Dietrich, the sheriff of Wildbach, who had once owned considerable property, had for several years been falling into bad ways and by this means had lost his position and his salary. His only occupation was cutting a few tufts of grass from his uncultivated fields, and carrying it home to feed his poor little goat; for himself and his foster-child there were only a few potatoes and a little milk.
After dinner Dietrich would vanish and not appear again until toward night to milk the goat. Then he was seen no more at home; but everyone knew that he sat in the tavern until late at night, and that soon house and land and goat would be taken from him to pay his debts.
As long as his wife had lived things had gone better. They had had more land and a cow, and the wife had worked industriously early and late.
They had never had any children of their own, but an orphan niece of Dietrich’s had been living with them for three years. He had lost his wife the year before, and since then things had gone so rapidly from bad to worse that everyone wondered at the child’s fresh, blooming appearance. She was now eight years old and was everywhere called Rose-Resli, for she was never seen without a rose in her hand or in her mouth. Resli — her real name was Theresa — had such a love for roses, that she gazed with her merry blue eyes so longingly into every garden where roses grew, that the owners inside would call out kindly: “Would you like one?” And Rose-Resli, beaming with delight, would stretch her little hand through the fence and receive her prize gratefully.
So the child was always seen surrounded with roses as soon as they began to bloom, and every one knew the blooming Rose-Resli and were fond of her.
She did not see much of her uncle. In the morning she went to school and at noon he usually said:
“I shall not be home to-night, but you will find something to eat.”
But the cupboard was always empty. It was well that here and there a child at school gave Rose-Resli apples or pears, or even a slice of bread, and often when she had to go hungry, she could run freely to the gardens round about where the roses grew, and gather a few, and in this pleasure she would forget everything else.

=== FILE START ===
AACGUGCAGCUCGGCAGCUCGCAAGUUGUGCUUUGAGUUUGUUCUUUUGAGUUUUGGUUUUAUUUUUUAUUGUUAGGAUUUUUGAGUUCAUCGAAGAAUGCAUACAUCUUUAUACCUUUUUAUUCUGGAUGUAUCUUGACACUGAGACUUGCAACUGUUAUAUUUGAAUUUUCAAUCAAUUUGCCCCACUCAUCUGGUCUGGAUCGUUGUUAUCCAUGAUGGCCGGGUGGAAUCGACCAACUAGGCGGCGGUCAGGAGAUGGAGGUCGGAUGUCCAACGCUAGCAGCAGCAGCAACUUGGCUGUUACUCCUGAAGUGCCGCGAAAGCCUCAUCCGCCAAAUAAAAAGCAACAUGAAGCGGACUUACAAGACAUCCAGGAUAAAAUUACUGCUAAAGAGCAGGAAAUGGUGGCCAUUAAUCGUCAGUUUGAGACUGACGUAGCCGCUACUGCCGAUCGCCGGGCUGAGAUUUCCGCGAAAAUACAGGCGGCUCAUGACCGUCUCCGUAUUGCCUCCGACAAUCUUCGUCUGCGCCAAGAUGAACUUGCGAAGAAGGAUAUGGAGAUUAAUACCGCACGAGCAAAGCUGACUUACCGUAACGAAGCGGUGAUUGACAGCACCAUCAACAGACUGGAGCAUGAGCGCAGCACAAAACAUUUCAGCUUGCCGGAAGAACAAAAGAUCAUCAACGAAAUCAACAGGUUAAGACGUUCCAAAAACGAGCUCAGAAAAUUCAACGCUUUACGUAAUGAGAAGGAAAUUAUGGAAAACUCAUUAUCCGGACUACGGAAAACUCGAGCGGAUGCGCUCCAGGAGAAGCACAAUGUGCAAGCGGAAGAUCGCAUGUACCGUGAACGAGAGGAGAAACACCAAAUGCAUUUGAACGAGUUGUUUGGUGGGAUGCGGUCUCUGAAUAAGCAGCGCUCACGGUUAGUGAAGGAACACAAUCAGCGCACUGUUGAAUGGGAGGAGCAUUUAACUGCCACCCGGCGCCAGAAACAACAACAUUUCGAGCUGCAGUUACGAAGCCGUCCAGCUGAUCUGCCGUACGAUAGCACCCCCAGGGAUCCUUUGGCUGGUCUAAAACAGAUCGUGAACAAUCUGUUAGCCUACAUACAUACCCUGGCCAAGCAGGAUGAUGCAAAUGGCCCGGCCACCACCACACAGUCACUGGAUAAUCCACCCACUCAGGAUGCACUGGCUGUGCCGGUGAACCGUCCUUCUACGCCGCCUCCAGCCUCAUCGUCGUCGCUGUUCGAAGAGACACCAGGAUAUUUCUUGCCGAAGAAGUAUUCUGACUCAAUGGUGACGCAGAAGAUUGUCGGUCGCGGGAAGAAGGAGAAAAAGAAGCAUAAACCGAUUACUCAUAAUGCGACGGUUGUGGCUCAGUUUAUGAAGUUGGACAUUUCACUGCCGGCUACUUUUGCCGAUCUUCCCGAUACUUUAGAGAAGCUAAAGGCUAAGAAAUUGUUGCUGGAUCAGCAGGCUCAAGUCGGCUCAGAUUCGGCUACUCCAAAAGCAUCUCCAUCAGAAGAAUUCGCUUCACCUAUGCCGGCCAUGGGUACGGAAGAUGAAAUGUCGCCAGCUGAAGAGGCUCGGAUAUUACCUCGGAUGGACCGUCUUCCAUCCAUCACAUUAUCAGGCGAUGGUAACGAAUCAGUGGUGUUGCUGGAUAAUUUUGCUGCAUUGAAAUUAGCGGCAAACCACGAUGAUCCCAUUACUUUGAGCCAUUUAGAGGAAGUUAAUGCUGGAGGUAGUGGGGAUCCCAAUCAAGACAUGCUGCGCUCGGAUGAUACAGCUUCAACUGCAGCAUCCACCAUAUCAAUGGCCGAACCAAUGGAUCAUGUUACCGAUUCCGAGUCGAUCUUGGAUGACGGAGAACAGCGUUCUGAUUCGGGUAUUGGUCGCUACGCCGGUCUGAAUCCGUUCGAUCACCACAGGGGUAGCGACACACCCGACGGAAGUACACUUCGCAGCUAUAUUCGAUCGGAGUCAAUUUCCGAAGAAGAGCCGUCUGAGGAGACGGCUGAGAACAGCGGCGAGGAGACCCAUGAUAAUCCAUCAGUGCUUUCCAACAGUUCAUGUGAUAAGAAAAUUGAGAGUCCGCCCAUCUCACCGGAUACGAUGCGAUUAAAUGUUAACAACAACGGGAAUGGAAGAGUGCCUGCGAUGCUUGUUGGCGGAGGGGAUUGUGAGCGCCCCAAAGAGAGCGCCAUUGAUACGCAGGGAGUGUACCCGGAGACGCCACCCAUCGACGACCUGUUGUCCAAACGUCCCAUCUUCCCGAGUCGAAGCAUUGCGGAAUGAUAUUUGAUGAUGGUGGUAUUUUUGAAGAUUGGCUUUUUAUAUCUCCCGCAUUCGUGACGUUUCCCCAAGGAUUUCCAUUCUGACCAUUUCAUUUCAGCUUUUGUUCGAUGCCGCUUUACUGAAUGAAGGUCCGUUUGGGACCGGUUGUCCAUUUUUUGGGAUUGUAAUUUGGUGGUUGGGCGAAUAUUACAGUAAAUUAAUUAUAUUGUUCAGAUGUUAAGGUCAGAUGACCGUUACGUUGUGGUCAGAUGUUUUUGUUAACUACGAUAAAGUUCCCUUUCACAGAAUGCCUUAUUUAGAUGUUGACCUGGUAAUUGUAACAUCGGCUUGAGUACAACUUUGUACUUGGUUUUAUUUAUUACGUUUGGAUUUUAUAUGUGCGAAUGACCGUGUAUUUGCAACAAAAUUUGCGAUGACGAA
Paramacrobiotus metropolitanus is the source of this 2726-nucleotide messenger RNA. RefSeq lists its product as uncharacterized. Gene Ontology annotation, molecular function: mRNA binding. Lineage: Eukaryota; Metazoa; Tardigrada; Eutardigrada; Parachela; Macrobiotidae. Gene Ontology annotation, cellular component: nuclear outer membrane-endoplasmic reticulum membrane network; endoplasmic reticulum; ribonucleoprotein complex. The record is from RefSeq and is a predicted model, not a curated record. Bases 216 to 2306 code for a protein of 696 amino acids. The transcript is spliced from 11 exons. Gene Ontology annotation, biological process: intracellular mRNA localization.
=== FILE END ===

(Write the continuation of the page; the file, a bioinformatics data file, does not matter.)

To-day again the child had found no supper, but for all that she skipped happily across the meadows. It was a bright Summer evening. The butterflies were fluttering up and down in the blue air and high above the swallows flew round in a circle, twittering, summer-like, and all about in the meadows the crickets were chirping merrily, so that Rose-Resli became more and more gladsome and jumped higher and higher as if she would fly away with the butterflies. Thus in a short time she came to a garden, which lay at a distance, on a wooded hill, and always had the most beautiful roses. The garden was surrounded by a wooden fence, and Rose-Resli quickly climbed up on the lower rail and looked longingly into the garden.
“Come right in,” called a voice from behind the trees; “I know very well what you are looking for; to-day you shall have some more roses.”
Rose-Resli didn’t wait to be asked a second time. She stepped quickly inside, went straight to the fragrant rose-bed and looked in wonderment at the multitude of red and white, light and dark blossoms, glowing and giving forth their perfume together. Then the President’s wife, the owner of the garden, came up to her. She had many times before given roses to Resli, and had just now called her to come in.
“You have come at just the right time to-day, Resli,” she said. “You shall have a big bunch, but many of the roses are ready to fall, you see, so you must be a little quiet and not jump so high, as you usually do, or all the petals will fall off the flowers before you reach home.”
Then the President’s wife carefully cut a rose here and another there, and then two together, light and dark red and white ones, until she made a big, large, wonderful bouquet. Rose-Resli’s eyes grew bigger and bigger, for she had never held anything so wonderfully beautiful in her hand before. But here and there the fragrant petals were falling to the ground and the bare stems looked so sad among the other flowers, that Rose-Resli seemed quite alarmed.
“See! see!” said the lady warningly, “you will have to walk very slowly to your house, or you will not have three left with their petals on when you get there.”
Rose-Resli thanked her politely and started on her way back. This led her past a miserable little hut where lived the “Sorrow-mother,” a quiet woman with a sorrowful face. Rose-Resli had never heard her called anything else, and supposed that she had no other name.